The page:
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Harper's Encyclopedia of United States History (ed. Benson Lossing) 272 0 Browse Search
Rebellion Record: a Diary of American Events, Diary from December 17, 1860 - April 30, 1864 (ed. Frank Moore) 122 0 Browse Search
Horace Greeley, The American Conflict: A History of the Great Rebellion in the United States of America, 1860-65: its Causes, Incidents, and Results: Intended to exhibit especially its moral and political phases with the drift and progress of American opinion respecting human slavery from 1776 to the close of the War for the Union. Volume I. 100 0 Browse Search
William F. Fox, Lt. Col. U. S. V., Regimental Losses in the American Civil War, 1861-1865: A Treatise on the extent and nature of the mortuary losses in the Union regiments, with full and exhaustive statistics compiled from the official records on file in the state military bureaus and at Washington 90 0 Browse Search
Elias Nason, McClellan's Own Story: the war for the union, the soldiers who fought it, the civilians who directed it, and his relations to them. 84 0 Browse Search
Rebellion Record: a Diary of American Events: Documents and Narratives, Volume 2. (ed. Frank Moore) 82 0 Browse Search
Horace Greeley, The American Conflict: A History of the Great Rebellion in the United States of America, 1860-65: its Causes, Incidents, and Results: Intended to exhibit especially its moral and political phases with the drift and progress of American opinion respecting human slavery from 1776 to the close of the War for the Union. Volume II. 82 0 Browse Search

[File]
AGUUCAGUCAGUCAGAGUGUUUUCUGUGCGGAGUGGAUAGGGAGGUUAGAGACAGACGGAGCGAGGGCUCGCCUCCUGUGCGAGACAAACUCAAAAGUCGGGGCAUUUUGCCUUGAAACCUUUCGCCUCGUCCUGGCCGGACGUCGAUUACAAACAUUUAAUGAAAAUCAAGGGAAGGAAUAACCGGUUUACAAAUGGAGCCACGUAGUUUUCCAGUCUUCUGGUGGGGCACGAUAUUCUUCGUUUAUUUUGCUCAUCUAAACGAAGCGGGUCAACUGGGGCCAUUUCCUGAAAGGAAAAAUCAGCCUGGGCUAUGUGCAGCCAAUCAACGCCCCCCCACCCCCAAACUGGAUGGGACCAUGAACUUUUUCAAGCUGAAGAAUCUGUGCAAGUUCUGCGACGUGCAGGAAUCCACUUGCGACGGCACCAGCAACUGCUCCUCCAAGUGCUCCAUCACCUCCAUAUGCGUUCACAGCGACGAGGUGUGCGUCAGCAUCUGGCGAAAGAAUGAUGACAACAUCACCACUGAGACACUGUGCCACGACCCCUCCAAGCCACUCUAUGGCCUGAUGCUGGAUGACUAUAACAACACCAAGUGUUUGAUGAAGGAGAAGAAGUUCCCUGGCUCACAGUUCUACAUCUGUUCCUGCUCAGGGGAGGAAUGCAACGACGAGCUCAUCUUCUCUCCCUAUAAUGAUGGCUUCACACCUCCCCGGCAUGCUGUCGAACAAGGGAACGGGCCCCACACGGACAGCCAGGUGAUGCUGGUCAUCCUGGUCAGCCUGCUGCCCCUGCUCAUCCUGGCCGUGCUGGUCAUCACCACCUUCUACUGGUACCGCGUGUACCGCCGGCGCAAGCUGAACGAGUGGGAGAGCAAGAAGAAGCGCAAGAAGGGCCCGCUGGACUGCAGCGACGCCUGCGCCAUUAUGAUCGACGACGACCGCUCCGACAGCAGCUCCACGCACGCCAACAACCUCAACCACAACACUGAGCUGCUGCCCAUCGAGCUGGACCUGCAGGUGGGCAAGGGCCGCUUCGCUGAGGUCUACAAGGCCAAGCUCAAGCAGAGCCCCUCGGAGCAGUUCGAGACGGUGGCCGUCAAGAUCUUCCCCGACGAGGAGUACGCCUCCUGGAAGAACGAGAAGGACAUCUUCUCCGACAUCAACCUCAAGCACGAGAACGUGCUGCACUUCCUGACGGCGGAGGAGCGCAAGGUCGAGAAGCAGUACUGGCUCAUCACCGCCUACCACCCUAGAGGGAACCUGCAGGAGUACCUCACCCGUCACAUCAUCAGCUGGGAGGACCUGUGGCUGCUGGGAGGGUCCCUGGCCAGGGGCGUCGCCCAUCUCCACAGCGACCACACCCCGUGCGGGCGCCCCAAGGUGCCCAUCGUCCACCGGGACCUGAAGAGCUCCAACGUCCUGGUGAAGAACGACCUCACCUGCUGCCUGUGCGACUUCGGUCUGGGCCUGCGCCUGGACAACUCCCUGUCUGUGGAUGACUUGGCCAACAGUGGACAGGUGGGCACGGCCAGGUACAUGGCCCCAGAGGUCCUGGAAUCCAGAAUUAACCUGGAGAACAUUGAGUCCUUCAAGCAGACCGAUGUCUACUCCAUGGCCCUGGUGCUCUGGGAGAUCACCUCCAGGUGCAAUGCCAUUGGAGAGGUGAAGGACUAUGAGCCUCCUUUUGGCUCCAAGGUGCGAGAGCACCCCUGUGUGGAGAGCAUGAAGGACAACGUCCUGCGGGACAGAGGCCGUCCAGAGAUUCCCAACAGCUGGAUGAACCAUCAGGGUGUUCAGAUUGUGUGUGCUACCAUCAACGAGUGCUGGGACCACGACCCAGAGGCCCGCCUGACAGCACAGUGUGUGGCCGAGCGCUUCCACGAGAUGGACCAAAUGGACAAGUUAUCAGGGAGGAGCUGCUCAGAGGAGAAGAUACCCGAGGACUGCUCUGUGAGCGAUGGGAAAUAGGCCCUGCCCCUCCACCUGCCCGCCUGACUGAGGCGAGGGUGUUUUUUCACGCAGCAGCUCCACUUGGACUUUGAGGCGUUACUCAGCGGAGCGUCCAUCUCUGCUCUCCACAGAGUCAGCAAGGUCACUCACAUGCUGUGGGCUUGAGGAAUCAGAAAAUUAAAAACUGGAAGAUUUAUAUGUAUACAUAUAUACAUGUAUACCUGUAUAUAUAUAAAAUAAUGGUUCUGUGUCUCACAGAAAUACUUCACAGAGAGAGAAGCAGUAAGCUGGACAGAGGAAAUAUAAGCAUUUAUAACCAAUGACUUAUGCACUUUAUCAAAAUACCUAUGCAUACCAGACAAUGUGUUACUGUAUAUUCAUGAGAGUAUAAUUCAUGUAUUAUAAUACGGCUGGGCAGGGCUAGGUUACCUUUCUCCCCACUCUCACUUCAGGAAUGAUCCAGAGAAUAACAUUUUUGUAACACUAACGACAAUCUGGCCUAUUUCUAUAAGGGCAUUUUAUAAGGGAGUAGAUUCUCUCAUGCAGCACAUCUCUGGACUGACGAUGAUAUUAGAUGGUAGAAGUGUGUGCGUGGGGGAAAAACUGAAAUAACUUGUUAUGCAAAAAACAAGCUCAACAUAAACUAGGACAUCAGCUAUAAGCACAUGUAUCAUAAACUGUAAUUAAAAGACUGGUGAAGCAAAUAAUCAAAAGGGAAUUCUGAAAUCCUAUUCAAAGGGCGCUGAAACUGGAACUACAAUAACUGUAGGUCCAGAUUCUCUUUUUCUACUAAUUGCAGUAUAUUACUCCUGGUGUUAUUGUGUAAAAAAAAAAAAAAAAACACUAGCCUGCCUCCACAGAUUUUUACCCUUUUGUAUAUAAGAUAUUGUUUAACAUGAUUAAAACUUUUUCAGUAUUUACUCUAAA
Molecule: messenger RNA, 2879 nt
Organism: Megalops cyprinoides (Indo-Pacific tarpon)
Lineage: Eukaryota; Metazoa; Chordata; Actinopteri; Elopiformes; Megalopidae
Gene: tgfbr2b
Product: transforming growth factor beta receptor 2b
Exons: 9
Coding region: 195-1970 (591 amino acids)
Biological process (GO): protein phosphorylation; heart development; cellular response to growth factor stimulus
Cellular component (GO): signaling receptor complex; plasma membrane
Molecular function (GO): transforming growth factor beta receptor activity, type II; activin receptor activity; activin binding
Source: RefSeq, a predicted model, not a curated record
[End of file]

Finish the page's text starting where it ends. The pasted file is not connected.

Benson J. Lossing, Pictorial Field Book of the Civil War. Volume 1. 74 0 Browse Search
John G. Nicolay, The Outbreak of Rebellion 70 0 Browse Search
Benson J. Lossing, Pictorial Field Book of the Civil War. Volume 3. 70 0 Browse Search
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Browsing named entities in Rebellion Record: Introduction., Volume 1. (ed. Frank Moore). You can also browse the collection for West Virginia (West Virginia, United States) or search for West Virginia (West Virginia, United States) in all documents.

Your search returned 5 results in 2 document sections:

Rebellion Record: Introduction., Volume 1. (ed. Frank Moore), Contents of Thie first volume. (search)
evolution,283 198.Exportation of Cotton — Confederate Act,292 198 1/2.Bishop A. Potter's Letter to a Secessionist,292 199.Gen. McClellan's Proclamation in Western Virginia,293 200.New Hampshire 1st Regiment,294 201.Judge Thompson's Proclamation at Wheeling,295 202.Col. Duryea's Proclamation at Hampton,296 203.New York Volunteers, 8th Regiment,296 204.Western Virginia--Advance of Federal Troops,296 204 1/2.Senator Douglas' Last Speech,298 205.Washington Artillery of New Orleans,300 206.New York Militia, 9th Regiment,301 207.Gen. Cadwallader and Judge Taney,301 208.Edw. Bates' Letters to J. M. Botts,304 209.New York and Georgia--Correspondence them home Tenderly, G. W. Bungay,50 68.Song of Columbia's Daughters, E. D. Wright,51 69.The Major and His Men,51 70.Our National Flag, E. S. Smith,51 71.Western Virginia--Sherrard Clemens,52 72.The Ballad of Cockey's Field,52 73.The Call for Volunteers, G. W. Bungay,53 74.The Departure, W. C. Richards,53 75.April 15, 1861
Rebellion Record: Introduction., Volume 1. (ed. Frank Moore), Introduction. (search)
into which some of the disintegrated parts may crumble. The work of demons has already begun. Besides the hosts mustered for the capture or destruction of Washington, Eastern Virginia has let loose the dogs of war on the loyal citizens of Western Virginia; they are straining at the leash in Maryland and Kentucky; Tennessee threatens to set a price on the head of her noble Johnson and his friends; a civil war rages in Missouri. Why, in the name of Heaven, has not Western Virginia, separated fWestern Virginia, separated from Eastern Virginia by mountain ridges, by climate, by the course of her rivers, by the character of her population, and the nature of her industry, why has she not as good a right to stay in the Union which she inherited from her Washington, as Eastern Virginia has to abandon it for the mushroom Confederacy forced upon her from Montgomery? Are no rights sacred but those of rebellion; no oaths binding but those taken by men already foresworn; are liberty of thought, and speech, and action nowh